Another Promising Result Using Induced Pluripotent Stem Cells

Last Friday it was announced in Medical News Today that researchers at Johns Hopkins have discovered a means to fix the genetic defect that causes sickle cell disease with the patient’s own stem cells.  According to the announcement, “The corrected stem cells were coaxed into immature red blood cells in a test tube that then turned on a normal version of the gene.”[1]  This does not mean that a clinical application is imminent or that the procedure is safe.  As stated in the original abstract from Blood, the Journal of the American Society of Hematology, “the safety and feasibility of stem cell mobilization in individuals with sickle cell trait (SCT) has not been documented.”  However, the report added that “no untoward adverse events occurred in either group, including sickle cell crises.” [2]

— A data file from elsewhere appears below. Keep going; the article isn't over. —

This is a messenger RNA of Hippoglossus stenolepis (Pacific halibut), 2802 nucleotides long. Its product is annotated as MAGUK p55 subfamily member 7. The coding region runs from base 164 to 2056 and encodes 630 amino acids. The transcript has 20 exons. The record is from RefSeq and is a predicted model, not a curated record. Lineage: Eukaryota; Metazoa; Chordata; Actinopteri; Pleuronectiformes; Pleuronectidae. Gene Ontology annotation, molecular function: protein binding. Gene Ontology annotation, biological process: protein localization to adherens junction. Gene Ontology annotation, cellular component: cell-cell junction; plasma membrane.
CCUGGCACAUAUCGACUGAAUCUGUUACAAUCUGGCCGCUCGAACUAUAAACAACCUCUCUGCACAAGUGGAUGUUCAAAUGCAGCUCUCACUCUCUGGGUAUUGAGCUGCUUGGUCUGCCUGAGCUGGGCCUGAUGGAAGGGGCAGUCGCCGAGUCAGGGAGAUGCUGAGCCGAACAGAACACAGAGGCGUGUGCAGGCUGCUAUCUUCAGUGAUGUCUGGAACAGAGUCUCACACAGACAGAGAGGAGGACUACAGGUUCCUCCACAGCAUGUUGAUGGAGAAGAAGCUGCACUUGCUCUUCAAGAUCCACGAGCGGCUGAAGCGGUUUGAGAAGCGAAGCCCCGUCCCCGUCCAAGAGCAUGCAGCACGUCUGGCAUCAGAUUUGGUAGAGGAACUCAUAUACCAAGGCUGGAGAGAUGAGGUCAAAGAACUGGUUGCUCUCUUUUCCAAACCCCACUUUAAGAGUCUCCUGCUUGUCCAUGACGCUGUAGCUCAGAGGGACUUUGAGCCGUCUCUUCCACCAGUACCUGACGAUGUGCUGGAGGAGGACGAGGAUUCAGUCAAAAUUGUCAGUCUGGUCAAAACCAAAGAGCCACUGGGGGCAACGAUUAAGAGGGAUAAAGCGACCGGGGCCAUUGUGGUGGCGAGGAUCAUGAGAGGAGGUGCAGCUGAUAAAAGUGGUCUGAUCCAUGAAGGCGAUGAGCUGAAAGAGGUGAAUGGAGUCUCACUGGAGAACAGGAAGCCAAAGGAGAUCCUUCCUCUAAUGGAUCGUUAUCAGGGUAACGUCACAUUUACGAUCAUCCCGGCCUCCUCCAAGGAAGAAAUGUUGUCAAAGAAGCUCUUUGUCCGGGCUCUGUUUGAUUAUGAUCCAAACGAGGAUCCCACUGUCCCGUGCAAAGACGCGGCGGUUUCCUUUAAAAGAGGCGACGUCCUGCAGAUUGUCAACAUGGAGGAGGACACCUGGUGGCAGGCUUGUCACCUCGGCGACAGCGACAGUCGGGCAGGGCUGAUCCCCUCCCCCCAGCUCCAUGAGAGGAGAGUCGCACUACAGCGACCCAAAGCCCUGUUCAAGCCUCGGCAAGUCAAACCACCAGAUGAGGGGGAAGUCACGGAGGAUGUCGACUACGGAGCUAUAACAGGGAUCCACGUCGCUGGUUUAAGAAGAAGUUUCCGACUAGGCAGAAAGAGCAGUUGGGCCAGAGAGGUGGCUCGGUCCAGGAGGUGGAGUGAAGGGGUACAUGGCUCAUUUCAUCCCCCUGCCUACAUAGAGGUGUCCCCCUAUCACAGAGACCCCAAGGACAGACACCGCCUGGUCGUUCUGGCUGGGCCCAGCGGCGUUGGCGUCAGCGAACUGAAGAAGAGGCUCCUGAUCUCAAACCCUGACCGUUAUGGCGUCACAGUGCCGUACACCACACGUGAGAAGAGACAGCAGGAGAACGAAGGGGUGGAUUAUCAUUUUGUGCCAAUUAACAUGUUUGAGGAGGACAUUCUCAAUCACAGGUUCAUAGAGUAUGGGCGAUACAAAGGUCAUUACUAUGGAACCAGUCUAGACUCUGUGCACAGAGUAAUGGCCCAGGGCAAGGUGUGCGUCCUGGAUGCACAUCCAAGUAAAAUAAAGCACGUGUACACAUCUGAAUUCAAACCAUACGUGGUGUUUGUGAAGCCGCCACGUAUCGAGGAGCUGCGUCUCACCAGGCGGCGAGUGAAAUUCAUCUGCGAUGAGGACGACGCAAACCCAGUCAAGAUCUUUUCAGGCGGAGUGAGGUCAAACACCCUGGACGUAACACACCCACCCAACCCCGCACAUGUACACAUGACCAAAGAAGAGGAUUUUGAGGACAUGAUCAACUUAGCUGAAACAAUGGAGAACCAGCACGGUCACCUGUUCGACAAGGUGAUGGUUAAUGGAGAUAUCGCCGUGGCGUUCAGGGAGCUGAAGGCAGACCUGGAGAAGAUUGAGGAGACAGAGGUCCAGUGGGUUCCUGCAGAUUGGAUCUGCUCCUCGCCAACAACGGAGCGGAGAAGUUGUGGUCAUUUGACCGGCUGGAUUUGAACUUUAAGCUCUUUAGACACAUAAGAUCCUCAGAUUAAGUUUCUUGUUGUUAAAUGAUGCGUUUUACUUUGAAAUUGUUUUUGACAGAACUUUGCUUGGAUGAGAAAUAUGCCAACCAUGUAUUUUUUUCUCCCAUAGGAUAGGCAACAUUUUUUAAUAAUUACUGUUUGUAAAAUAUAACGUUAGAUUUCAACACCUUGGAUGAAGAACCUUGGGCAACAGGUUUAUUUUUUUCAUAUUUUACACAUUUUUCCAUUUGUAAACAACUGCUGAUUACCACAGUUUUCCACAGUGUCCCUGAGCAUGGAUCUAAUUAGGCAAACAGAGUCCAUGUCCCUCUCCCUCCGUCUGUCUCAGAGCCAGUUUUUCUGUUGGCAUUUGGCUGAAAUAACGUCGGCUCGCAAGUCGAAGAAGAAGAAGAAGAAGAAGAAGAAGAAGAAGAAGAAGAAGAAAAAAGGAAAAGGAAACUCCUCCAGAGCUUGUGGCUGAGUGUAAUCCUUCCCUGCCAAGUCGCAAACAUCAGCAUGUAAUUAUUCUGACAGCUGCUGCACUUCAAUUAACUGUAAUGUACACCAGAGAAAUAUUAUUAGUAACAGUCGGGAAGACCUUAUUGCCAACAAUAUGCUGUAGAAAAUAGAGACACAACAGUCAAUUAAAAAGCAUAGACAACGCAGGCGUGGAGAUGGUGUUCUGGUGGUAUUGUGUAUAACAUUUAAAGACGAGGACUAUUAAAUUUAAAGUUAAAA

The new treatment could prove to be revolutionary; at present the only existing therapy for sickle cell disease is through bone marrow transplantation.  However, the journal Blood reports that, “many patients are ineligible [for bone marrow transplantation] because of either the lack of a suitable donor or their underlying condition.”  The advantage of “peripheral blood stem cells” (PBSC) from the patient are obvious: patients don’t have to wait for a suitable donor – they are their own source of the stem cells.  The study concludes that, “Products from SCT donors require only minor changes in ex vivo cell processing, allowing for the use of mobilized peripheral blood as a potential source of stem cells for transplantation in sickle cell disease.”  Furthermore, as one researcher stated, “The beauty of iPS cells is that we can grow a lot of them and then coax them into becoming cells of any kind, including red blood cells.”[3]  In short, scientists believe they are now one step closer to successful stem cell therapy for sickle cell disease.